SanDisk recently announced an investment in Nexenta, a Seagate Cloud Builder Alliance partner specializing in software-defined storage technologies. The move underscores the growing momentum of SDS within the enterprise, with more companies keen to lower total cost of ownership for data centers by deploying open source software atop industry-standard cloud hardware.

Nexenta’s NexentaStor platform already has more than 5,000 customer deployments in private and public clouds, with 800 petabytes of data under management. The solution’s compatibility with platforms such as CloudStack and OpenStack give users a high degree of flexibility in building cost-effective, scalable IT architectures.

Moreover, its innovations in SDS have demonstrated strong enterprise demand for new storage paradigms. Applying an abstraction layer across heterogeneous appliances is a way to reduce costs on both the hardware and software sides, since equipment need not be proprietary and management solutions can be open source.

With flash-based storage becoming the backbone of running intensive applications quickly and with less power usage than HDDs, SDS offers the promise of further efficiency gains. For example, the ability to save on hardware and build customized infrastructure rather than adopt integrated solutions lets enterprises create more scalable clouds.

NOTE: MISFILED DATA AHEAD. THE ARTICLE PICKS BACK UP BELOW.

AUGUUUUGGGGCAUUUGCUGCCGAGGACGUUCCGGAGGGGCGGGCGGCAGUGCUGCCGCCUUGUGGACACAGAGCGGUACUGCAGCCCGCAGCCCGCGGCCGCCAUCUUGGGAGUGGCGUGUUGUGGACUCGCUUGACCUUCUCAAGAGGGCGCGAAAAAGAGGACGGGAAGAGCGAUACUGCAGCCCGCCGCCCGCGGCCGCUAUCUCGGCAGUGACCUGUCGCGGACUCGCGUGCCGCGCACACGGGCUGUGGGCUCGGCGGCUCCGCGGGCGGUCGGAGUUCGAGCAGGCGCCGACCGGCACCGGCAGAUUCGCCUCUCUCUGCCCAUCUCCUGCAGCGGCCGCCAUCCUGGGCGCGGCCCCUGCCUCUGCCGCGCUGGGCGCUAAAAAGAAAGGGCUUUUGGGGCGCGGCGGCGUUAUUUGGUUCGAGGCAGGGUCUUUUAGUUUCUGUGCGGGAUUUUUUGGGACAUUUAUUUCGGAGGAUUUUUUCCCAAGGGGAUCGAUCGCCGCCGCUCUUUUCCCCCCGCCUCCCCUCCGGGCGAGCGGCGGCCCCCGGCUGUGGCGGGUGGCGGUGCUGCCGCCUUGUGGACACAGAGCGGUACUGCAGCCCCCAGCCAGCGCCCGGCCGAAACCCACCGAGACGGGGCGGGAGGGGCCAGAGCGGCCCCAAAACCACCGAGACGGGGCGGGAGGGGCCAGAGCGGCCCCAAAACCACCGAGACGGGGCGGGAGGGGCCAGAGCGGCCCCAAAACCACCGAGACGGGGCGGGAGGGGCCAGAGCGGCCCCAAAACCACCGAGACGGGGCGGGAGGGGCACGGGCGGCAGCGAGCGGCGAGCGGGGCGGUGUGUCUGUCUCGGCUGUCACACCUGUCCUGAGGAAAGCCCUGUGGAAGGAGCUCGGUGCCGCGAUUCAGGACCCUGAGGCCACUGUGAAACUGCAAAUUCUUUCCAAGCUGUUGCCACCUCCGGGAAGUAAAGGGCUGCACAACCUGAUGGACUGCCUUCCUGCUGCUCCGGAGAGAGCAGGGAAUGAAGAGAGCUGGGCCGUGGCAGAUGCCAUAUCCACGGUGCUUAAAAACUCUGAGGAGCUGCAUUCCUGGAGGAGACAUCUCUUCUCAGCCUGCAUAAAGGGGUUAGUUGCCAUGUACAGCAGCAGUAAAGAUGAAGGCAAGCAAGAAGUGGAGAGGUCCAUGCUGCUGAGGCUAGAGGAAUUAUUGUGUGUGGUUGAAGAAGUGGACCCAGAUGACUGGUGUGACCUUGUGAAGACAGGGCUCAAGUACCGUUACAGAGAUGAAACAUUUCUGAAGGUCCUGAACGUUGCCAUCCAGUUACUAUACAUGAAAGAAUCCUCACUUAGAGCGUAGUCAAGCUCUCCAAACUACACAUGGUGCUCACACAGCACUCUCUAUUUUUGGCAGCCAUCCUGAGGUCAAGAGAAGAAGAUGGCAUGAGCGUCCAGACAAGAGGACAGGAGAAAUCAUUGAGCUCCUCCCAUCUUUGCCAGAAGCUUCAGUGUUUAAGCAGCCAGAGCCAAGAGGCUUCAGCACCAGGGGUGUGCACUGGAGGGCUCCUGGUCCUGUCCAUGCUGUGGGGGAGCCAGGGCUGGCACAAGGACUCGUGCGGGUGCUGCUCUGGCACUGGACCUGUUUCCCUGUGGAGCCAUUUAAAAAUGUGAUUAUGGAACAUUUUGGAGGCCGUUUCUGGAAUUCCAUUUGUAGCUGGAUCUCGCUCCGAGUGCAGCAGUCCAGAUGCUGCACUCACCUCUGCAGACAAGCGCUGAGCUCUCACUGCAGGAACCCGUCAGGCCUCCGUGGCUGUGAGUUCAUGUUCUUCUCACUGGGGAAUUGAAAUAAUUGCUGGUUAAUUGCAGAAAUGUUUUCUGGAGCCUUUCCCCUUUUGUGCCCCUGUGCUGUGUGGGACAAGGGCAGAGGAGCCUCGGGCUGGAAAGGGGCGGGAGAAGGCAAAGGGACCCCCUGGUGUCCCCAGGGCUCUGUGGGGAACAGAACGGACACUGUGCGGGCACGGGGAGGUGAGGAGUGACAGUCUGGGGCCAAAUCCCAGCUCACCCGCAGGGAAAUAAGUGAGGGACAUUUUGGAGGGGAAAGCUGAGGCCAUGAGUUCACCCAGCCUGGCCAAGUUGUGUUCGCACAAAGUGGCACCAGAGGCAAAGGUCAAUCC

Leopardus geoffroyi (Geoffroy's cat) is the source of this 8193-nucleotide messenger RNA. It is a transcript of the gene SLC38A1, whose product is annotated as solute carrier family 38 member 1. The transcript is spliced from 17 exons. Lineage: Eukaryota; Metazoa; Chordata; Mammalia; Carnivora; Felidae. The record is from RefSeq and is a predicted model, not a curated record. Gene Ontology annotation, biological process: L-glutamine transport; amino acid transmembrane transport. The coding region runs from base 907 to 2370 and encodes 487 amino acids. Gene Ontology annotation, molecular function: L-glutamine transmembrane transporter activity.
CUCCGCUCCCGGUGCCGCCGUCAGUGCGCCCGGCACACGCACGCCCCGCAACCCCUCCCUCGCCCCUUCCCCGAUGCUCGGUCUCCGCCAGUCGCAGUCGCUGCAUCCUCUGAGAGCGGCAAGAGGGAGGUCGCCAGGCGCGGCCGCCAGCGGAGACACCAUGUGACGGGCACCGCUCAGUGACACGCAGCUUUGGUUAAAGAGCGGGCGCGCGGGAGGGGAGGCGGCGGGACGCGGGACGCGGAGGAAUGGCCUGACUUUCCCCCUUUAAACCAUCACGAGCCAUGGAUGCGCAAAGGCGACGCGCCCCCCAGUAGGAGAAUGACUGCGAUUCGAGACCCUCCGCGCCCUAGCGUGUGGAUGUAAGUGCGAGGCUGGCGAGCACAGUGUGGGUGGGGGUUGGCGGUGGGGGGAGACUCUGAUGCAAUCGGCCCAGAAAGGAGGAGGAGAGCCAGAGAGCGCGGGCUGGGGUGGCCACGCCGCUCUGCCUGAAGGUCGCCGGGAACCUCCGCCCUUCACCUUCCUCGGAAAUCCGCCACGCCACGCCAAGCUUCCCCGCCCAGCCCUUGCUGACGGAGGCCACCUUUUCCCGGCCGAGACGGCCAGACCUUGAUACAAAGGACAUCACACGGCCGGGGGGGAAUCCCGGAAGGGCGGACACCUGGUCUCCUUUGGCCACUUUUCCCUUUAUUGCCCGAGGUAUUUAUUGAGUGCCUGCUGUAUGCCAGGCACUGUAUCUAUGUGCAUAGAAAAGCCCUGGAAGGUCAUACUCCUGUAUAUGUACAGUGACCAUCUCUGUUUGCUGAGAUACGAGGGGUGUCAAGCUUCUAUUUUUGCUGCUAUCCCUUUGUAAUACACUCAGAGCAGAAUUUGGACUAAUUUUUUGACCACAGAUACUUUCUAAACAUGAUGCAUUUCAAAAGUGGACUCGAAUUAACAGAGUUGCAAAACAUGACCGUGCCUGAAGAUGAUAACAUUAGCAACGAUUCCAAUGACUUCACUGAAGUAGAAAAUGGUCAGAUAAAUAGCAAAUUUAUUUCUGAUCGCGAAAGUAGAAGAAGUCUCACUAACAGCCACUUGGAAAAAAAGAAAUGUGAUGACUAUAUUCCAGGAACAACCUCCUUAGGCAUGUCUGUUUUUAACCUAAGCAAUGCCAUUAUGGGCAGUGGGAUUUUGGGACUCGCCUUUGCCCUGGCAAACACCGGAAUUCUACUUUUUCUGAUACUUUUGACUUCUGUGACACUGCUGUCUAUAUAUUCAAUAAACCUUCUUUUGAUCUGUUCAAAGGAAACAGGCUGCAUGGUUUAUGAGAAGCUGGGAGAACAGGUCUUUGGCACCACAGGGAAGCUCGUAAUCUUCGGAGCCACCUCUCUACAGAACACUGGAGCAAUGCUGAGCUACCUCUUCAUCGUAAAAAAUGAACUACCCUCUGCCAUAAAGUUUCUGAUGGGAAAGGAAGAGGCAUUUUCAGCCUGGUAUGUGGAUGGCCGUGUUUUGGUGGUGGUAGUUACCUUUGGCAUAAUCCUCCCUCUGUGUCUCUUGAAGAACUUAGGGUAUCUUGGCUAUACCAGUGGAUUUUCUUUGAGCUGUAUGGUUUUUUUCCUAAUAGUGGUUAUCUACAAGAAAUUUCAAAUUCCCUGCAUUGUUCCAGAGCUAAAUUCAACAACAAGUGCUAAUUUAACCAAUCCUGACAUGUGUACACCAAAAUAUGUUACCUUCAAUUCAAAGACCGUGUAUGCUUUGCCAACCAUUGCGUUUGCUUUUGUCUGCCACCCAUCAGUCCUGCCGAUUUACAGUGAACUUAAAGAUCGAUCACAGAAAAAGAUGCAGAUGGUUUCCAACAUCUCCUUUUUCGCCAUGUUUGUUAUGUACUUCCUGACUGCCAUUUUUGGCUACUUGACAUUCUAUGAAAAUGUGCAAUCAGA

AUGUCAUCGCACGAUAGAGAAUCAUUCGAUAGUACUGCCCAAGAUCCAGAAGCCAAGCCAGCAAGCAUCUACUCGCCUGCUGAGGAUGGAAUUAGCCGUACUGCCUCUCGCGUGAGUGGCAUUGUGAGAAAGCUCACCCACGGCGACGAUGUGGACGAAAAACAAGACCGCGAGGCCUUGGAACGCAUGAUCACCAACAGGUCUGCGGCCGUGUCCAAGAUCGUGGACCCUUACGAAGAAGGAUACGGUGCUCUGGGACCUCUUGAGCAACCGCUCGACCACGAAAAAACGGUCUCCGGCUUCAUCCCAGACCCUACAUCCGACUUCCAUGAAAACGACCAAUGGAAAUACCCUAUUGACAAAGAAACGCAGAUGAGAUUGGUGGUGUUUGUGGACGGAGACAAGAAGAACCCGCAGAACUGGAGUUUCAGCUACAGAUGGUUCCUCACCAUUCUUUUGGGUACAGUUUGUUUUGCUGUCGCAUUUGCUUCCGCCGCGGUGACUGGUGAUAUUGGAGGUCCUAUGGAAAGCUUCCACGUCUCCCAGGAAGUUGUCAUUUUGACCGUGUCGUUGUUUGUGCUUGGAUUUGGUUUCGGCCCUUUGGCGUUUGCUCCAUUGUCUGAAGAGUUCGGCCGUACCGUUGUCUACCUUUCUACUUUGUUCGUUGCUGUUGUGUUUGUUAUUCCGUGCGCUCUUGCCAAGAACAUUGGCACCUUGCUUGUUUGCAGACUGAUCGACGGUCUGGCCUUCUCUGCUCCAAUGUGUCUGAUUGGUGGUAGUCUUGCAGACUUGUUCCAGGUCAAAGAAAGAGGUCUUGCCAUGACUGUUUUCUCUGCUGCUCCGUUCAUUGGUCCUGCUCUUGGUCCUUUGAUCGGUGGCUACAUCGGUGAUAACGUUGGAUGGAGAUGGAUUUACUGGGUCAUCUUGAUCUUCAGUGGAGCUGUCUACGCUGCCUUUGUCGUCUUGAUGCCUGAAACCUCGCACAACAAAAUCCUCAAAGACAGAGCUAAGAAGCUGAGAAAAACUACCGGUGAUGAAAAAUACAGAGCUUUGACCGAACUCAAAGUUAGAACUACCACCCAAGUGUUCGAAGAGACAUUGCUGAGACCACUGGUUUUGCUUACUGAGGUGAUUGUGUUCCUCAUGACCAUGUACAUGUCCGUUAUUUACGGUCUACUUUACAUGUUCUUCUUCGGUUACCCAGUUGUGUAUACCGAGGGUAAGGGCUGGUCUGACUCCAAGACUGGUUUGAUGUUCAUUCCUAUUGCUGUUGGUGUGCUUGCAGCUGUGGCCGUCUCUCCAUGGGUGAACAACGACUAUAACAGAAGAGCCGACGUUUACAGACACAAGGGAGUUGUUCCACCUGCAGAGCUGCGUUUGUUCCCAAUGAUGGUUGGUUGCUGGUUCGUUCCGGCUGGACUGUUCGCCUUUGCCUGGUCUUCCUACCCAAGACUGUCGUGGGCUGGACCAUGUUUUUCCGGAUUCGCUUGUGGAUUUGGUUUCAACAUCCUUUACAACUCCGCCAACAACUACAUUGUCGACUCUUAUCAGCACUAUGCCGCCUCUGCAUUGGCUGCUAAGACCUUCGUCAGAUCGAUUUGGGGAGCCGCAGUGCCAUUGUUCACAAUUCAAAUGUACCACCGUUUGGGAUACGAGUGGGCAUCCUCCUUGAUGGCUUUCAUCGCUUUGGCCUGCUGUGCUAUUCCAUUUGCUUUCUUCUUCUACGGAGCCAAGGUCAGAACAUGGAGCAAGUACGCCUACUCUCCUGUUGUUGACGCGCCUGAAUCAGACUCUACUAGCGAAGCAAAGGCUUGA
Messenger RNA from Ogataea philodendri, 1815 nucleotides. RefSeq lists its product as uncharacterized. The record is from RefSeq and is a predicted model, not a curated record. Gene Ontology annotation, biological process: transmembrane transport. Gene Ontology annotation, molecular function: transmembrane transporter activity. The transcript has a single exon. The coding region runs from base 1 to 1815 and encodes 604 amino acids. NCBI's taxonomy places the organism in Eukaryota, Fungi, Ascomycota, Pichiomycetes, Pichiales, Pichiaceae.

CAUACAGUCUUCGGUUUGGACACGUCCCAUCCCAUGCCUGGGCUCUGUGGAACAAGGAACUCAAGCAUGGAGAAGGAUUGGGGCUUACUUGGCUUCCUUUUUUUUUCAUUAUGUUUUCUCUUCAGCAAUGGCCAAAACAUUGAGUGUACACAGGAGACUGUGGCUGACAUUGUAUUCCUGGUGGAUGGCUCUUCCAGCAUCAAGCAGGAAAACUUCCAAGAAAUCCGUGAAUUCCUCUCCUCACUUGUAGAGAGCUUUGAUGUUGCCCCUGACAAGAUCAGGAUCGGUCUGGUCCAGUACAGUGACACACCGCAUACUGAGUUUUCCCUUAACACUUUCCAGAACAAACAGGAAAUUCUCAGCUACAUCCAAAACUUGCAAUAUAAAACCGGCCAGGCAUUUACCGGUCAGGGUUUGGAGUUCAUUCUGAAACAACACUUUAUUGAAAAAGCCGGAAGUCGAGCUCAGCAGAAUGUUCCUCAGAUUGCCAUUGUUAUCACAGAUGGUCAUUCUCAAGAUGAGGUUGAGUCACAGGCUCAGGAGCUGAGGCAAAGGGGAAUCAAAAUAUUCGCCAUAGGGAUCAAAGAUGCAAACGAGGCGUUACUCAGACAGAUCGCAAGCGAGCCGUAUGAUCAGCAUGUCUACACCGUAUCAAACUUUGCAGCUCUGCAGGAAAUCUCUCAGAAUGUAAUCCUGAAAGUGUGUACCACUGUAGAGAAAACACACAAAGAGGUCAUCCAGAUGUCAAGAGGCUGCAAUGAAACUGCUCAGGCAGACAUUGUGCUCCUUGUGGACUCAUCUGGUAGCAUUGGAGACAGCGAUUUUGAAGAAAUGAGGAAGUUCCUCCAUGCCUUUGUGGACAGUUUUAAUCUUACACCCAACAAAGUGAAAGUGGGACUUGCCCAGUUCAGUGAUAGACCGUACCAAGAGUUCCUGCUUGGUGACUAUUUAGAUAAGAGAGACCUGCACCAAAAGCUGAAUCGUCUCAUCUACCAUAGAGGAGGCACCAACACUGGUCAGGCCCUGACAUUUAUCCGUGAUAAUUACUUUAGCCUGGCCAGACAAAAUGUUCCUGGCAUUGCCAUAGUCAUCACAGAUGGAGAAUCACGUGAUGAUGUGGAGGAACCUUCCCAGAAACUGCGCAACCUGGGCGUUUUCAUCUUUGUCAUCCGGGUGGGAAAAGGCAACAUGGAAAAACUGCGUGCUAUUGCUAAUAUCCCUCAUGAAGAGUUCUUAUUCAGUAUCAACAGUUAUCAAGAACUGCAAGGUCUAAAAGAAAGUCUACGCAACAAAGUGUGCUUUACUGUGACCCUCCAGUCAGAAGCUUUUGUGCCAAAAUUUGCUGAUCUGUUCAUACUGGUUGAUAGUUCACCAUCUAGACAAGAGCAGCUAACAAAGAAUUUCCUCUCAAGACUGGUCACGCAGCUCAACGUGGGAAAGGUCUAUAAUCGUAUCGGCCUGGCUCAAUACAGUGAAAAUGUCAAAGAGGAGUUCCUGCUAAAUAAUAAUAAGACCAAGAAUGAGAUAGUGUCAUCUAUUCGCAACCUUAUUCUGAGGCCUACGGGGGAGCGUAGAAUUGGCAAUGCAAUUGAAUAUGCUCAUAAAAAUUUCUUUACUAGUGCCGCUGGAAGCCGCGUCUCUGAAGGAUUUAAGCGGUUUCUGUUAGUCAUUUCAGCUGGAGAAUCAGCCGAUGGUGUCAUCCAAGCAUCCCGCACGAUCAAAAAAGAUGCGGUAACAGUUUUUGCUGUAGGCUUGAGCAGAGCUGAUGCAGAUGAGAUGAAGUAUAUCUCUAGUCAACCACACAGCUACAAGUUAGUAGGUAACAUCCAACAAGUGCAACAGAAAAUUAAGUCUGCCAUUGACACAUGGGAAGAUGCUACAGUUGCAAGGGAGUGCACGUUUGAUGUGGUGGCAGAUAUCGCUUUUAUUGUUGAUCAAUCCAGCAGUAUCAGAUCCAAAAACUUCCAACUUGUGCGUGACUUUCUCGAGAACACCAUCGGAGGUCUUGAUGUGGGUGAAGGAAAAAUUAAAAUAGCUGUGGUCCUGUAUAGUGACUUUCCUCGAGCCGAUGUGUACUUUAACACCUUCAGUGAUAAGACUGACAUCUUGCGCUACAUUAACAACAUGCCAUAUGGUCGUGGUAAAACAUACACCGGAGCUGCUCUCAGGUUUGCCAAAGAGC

“SDS and flash-based storage solutions are both complementary and disruptive technologies in the enterprise,” stated SanDisk executive vice president and chief strategy officer Sumit Sadana. “Together, these technologies offer the capability to deploy high-performance, scalable solutions with significantly improved total cost of ownership that customers are looking for.”

SDS could have a pivotal year in 2014, although buyers and vendors must be careful to adapt to the new commercial environment. Customers must ensure that they have the technical expertise to implement SDS, and that the solutions in question aren’t simply rebranded legacy products. For vendors, opening up integrated platforms to others may be a way to ease more enterprise users into SDS, given the technology’s sometimes steep do-it-yourself learning curve

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